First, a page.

According to Monteiro, the exhibits are meant to be kid-friendly while also catering to adults, and therefore families can make it a destination outing, free from life’s usual stresses.
“There are no politics here,” says Monteiro. “This is a place to escape and just have fun.”
Now, with Christmas approaching, there will be holiday scenarios with wrapped packages piled high, and glittery trees with ladders alongside for shutterbugs to affix the tree-topper, all in time for the festive season.
For a $25 admission, plan to have a lifetime of photo remembrances. Tickets can be ordered online at artmazinggallery.com. Admission is timed so that groups can be sequentially spaced. Masks are required, hand sanitizer is available.
Amble over to the Faubourg-Marigny and encounter JAMNOLA (for the joy, art, and music of NOLA), a phantasmagoric 12-room display which the owners aptly call a cultural funhouse. Owners Jonny Liss, originally from New York, and Chad Smith, from Boston, met in California, and had one striking element in common—they both loved New Orleans. Flash forward and the two transplants have settled in Bywater, a stone’s throw from their other-worldly gallery.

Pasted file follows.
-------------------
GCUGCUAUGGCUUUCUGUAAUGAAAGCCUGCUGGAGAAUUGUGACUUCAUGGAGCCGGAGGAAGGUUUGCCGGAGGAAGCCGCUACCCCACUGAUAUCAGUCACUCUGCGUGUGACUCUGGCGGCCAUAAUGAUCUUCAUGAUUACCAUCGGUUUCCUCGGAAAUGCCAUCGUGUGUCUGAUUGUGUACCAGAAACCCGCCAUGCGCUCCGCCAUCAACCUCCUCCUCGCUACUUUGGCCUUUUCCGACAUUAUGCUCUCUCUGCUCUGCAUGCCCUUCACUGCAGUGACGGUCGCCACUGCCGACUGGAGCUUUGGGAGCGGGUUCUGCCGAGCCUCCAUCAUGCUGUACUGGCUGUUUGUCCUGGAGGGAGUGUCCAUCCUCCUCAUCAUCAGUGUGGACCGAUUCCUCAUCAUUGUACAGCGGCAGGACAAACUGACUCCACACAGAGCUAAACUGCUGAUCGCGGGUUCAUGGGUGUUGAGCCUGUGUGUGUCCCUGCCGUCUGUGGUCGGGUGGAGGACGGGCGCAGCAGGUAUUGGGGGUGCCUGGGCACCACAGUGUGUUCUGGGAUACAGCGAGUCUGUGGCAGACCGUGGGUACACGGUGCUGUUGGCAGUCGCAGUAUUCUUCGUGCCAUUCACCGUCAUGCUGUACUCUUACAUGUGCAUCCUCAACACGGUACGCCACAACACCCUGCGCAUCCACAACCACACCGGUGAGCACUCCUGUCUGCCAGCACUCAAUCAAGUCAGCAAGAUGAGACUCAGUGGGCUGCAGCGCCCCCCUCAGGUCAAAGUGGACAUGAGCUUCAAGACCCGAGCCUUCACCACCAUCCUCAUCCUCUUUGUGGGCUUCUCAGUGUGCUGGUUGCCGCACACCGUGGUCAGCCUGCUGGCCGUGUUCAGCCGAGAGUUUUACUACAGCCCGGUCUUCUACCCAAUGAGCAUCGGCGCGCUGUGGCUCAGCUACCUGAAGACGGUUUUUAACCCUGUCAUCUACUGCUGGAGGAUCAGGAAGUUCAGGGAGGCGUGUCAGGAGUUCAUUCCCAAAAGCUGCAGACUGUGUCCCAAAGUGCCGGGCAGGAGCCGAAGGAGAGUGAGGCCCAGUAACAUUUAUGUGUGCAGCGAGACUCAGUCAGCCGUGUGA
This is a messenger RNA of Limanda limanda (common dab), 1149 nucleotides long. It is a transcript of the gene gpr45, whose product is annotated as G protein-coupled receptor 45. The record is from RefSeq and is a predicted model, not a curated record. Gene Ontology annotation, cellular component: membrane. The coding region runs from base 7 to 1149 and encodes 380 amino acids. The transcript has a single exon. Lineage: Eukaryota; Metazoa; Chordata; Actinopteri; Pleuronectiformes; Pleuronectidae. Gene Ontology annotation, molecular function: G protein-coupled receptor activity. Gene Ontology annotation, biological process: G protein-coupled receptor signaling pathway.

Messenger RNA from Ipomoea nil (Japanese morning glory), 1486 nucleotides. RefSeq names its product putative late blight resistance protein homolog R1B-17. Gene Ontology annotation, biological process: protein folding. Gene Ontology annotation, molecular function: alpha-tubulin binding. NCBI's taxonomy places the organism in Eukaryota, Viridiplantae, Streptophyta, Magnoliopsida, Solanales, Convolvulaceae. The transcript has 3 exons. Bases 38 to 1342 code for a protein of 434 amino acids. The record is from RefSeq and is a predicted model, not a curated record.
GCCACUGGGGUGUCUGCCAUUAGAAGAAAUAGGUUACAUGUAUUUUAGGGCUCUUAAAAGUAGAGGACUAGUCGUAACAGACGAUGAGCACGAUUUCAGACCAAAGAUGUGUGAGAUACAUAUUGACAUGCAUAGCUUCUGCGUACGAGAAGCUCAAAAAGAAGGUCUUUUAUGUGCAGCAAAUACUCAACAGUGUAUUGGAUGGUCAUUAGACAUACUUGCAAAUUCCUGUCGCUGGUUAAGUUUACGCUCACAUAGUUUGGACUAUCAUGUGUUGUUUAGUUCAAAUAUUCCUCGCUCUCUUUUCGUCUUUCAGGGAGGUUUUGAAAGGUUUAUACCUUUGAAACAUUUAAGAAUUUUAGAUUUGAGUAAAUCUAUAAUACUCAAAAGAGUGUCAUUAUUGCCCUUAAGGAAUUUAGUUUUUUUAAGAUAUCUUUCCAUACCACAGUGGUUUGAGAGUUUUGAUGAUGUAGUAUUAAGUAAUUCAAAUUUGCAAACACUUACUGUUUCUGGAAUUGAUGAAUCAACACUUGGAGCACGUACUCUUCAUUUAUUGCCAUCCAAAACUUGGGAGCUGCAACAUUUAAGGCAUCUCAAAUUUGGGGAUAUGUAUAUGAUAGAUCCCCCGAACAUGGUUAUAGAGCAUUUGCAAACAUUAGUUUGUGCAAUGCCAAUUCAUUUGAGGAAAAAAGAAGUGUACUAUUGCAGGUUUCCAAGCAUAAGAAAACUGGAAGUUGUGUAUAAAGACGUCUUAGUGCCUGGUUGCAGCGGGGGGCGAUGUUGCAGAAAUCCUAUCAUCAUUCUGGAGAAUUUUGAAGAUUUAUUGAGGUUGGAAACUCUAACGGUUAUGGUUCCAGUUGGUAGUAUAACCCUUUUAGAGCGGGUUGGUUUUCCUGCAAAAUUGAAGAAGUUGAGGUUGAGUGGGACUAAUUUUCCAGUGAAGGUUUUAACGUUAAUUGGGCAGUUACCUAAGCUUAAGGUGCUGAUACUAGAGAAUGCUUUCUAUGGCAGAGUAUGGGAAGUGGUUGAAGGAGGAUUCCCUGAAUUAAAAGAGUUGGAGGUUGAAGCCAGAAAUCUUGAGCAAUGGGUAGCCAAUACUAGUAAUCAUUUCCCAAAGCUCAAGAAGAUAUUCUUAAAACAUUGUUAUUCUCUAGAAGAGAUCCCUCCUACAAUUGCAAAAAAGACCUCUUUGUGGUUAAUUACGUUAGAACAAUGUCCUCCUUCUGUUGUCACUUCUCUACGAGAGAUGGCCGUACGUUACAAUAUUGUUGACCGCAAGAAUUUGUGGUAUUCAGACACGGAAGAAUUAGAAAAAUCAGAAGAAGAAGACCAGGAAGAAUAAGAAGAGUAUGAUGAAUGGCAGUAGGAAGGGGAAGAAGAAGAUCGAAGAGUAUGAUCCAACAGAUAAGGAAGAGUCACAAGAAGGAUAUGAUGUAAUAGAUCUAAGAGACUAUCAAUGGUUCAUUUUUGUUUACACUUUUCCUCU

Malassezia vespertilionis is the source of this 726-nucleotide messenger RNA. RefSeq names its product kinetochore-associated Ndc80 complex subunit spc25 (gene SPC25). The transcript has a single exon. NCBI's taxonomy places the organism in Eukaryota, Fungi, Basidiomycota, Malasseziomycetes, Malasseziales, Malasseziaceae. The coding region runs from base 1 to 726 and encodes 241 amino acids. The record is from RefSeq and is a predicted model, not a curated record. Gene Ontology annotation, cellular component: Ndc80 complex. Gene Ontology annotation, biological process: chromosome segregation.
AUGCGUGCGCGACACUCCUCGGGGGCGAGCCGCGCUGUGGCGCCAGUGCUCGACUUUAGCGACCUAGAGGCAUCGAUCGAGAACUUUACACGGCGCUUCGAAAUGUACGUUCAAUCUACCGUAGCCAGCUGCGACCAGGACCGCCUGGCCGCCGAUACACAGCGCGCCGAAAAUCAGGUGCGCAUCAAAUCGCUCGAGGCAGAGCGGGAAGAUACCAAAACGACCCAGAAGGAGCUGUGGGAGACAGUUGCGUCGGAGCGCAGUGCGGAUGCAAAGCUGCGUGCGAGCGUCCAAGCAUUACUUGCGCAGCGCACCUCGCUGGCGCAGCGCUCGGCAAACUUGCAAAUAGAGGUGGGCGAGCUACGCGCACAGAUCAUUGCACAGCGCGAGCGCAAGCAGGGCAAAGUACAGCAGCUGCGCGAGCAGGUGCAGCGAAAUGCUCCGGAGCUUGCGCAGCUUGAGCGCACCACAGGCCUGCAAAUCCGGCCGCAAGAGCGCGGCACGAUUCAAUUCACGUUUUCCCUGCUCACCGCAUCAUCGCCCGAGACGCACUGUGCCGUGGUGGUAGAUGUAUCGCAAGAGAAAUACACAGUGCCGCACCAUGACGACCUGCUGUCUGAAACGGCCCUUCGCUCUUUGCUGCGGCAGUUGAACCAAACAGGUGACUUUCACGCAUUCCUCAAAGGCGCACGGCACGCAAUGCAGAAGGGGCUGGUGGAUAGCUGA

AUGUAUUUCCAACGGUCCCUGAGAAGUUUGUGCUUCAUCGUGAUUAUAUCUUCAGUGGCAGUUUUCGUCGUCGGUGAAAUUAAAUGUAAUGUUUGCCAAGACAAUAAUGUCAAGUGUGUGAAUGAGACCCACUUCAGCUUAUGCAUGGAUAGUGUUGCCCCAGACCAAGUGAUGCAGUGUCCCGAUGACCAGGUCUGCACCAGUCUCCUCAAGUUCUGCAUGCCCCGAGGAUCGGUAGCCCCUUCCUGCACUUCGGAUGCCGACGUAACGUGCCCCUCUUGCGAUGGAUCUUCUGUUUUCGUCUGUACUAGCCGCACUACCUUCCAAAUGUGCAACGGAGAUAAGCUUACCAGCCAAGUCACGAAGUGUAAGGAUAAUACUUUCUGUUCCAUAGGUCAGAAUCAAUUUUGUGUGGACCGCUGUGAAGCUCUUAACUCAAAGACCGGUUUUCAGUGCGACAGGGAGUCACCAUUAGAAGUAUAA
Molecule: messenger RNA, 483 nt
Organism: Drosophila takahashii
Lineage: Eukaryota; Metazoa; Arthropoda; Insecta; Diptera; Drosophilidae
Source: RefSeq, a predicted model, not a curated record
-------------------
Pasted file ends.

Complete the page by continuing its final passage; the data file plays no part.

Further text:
“We like to refer to this place as an art maze or art walk, because museum sounds a bit stuffy,” says Liss. “Each of the exhibits here give you an entirely different feel of New Orleans. Most of them came from our experiences in this city, whether it’s throwing beads at the Spiritual Tree of Life, or going to a crawfish boil.”